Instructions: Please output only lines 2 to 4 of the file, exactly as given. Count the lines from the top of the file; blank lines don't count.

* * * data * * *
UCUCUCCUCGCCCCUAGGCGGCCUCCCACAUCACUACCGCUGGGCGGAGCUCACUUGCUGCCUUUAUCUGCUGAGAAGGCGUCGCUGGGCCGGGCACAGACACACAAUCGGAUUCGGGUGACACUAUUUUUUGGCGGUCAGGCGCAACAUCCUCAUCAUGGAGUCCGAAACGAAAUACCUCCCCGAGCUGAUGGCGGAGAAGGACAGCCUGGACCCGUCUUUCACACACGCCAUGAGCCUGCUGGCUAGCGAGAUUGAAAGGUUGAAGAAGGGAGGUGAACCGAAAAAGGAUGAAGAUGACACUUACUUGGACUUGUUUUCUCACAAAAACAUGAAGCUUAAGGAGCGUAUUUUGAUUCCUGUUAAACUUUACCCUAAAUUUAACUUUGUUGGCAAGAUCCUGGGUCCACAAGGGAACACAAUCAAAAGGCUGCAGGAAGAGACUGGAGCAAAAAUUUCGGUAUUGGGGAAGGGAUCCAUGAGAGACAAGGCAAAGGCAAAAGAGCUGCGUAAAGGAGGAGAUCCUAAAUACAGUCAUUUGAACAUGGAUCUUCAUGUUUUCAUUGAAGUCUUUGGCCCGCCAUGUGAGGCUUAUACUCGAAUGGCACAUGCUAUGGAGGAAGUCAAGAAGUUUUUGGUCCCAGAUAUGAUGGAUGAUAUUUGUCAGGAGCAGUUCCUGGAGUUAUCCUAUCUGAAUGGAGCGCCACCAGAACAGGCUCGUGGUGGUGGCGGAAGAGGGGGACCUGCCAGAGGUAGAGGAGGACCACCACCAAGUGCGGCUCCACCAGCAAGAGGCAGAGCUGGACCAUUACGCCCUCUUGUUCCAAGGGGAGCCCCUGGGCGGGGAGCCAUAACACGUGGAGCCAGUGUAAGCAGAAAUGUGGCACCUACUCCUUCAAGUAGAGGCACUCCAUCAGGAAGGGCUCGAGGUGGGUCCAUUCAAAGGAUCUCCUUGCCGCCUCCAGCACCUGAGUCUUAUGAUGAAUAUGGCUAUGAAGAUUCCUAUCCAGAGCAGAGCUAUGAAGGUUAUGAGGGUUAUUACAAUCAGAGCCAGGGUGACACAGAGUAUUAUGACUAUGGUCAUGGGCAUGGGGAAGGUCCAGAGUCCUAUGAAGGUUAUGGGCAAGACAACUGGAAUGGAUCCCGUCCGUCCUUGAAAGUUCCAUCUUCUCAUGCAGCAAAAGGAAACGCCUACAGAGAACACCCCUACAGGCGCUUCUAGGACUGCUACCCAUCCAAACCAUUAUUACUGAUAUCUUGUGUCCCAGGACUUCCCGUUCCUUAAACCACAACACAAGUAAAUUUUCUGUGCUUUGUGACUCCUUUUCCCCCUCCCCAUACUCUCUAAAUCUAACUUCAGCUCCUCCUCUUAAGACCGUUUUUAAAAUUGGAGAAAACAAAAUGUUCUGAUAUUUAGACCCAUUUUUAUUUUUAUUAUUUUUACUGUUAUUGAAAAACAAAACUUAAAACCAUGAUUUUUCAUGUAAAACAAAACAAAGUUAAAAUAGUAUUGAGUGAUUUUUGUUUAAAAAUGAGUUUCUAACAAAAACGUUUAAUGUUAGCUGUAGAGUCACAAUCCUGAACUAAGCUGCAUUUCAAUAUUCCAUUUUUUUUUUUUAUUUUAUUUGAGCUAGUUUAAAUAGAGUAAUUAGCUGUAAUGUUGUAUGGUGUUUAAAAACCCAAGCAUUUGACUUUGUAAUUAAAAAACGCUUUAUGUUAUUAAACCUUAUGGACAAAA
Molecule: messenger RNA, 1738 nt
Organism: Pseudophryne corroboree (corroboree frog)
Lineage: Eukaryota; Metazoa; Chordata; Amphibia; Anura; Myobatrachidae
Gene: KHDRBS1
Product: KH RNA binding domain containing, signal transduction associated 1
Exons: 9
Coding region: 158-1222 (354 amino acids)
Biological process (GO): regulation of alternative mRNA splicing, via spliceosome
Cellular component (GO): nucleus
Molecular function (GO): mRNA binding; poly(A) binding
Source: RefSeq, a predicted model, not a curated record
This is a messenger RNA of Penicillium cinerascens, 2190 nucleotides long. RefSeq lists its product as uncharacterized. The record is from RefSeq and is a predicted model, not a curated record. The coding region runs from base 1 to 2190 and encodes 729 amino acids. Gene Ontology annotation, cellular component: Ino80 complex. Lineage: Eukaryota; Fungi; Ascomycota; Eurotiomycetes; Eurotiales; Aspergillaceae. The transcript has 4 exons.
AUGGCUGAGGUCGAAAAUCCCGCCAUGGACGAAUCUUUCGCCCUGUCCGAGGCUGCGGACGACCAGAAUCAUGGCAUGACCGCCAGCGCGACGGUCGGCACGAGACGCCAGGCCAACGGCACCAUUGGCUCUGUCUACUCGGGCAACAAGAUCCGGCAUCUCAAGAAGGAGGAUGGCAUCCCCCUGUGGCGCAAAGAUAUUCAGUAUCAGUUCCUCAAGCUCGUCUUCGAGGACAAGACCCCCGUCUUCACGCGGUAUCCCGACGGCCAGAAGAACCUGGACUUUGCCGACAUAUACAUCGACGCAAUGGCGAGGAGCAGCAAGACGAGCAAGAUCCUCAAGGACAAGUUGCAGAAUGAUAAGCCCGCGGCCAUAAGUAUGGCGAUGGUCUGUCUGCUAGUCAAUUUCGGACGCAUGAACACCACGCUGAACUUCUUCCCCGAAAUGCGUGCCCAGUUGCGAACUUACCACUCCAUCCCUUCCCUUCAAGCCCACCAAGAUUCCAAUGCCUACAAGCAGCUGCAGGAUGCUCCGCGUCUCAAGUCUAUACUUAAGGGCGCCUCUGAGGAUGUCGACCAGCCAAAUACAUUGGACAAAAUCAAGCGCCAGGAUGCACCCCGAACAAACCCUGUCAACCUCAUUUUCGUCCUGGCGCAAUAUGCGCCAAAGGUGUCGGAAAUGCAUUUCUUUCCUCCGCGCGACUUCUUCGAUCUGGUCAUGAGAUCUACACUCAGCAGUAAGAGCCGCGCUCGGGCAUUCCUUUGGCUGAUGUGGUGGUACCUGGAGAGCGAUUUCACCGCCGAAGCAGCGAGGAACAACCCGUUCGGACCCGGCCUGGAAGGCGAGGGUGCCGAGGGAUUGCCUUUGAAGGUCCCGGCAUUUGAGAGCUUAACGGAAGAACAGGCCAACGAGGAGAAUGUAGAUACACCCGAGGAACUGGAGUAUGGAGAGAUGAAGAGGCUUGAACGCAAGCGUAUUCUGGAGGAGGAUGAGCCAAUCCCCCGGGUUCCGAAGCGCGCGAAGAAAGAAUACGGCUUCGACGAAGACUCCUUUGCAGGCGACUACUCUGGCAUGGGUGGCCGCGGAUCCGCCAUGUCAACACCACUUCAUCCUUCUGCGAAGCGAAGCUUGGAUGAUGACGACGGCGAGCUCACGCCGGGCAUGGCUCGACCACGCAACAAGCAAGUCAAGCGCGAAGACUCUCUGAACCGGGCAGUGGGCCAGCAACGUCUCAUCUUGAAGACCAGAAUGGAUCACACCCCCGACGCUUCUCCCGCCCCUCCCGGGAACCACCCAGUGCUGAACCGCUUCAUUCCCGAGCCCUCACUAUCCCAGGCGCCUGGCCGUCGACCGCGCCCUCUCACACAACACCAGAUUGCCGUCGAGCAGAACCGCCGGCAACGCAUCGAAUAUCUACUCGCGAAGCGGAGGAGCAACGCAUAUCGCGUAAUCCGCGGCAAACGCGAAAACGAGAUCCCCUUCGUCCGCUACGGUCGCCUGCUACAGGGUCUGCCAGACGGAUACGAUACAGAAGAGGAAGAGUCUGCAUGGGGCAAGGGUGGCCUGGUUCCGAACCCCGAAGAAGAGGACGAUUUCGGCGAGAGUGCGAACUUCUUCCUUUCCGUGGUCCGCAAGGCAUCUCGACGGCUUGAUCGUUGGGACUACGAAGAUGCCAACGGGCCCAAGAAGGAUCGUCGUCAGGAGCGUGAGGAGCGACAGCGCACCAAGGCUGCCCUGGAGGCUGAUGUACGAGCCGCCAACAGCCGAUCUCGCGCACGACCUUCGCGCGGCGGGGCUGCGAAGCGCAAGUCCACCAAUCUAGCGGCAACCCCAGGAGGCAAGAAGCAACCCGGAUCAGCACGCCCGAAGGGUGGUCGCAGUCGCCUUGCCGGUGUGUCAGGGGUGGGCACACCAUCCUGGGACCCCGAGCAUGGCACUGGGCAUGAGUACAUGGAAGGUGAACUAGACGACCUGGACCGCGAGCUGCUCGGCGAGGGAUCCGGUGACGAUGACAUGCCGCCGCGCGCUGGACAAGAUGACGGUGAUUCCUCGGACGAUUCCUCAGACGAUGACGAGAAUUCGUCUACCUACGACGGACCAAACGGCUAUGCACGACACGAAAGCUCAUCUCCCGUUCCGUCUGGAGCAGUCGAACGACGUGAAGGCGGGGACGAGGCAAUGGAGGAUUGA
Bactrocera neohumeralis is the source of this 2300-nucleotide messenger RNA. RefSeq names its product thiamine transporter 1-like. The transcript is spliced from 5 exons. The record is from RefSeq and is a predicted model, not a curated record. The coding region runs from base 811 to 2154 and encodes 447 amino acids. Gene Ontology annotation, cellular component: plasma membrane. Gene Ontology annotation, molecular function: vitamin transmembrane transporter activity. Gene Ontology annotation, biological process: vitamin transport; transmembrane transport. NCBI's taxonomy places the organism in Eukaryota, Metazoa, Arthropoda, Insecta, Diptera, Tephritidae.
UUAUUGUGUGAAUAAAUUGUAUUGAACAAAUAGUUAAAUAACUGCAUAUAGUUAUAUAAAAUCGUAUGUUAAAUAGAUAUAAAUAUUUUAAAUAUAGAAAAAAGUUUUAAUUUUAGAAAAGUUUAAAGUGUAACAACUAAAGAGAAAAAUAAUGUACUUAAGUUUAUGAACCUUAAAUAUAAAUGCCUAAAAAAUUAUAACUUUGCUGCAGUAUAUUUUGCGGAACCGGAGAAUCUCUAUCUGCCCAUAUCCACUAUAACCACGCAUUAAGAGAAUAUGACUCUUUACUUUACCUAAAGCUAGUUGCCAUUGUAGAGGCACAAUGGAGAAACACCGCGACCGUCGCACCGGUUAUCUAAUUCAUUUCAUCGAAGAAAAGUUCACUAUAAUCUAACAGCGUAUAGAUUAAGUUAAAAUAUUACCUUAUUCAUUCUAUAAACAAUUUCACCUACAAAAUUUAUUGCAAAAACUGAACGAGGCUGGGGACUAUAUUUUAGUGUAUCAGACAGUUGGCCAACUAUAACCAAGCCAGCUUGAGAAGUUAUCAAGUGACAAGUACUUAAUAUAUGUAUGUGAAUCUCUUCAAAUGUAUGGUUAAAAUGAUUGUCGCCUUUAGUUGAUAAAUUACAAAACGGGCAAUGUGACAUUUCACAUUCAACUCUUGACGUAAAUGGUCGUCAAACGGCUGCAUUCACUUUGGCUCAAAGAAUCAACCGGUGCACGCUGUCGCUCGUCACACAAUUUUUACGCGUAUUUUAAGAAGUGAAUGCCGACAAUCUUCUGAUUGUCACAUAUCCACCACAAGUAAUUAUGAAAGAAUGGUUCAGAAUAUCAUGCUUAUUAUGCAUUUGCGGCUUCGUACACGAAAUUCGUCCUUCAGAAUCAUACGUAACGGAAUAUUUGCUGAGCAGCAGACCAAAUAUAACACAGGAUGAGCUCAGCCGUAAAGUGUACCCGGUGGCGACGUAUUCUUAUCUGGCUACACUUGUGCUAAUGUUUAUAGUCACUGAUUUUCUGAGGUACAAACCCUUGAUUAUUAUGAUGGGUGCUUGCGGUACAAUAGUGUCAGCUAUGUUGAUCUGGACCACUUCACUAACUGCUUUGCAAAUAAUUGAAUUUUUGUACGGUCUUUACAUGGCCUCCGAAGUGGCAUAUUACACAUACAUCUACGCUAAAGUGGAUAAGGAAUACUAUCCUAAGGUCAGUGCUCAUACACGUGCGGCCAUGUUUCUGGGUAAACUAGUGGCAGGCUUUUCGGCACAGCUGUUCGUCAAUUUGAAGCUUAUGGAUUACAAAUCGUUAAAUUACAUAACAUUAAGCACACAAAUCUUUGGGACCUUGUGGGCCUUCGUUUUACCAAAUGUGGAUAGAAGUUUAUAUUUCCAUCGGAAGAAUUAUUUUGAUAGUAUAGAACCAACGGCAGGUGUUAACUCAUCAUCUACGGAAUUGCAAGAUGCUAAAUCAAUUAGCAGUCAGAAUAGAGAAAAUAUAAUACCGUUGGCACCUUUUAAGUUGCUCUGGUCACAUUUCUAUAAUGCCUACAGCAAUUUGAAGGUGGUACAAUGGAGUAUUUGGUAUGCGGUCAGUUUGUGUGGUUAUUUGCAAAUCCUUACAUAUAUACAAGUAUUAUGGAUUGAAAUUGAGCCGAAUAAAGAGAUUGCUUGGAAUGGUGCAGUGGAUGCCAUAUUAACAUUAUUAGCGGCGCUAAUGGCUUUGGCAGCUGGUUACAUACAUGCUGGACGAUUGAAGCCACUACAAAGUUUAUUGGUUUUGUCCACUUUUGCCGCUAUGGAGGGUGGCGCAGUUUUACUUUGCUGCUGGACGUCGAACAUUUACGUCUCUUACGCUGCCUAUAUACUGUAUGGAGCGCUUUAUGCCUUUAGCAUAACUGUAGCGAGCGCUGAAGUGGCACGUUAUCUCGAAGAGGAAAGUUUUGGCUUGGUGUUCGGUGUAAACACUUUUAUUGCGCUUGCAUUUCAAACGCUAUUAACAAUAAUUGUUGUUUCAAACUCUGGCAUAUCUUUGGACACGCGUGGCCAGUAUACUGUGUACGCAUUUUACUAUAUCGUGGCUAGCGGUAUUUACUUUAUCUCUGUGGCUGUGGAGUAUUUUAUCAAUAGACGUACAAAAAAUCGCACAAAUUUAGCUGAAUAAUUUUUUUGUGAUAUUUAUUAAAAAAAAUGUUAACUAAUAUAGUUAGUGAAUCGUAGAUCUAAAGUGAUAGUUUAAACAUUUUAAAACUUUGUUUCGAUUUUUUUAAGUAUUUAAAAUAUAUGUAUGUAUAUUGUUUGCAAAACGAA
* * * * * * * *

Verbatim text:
Molecule: messenger RNA, 1738 nt
Organism: Pseudophryne corroboree (corroboree frog)
Lineage: Eukaryota; Metazoa; Chordata; Amphibia; Anura; Myobatrachidae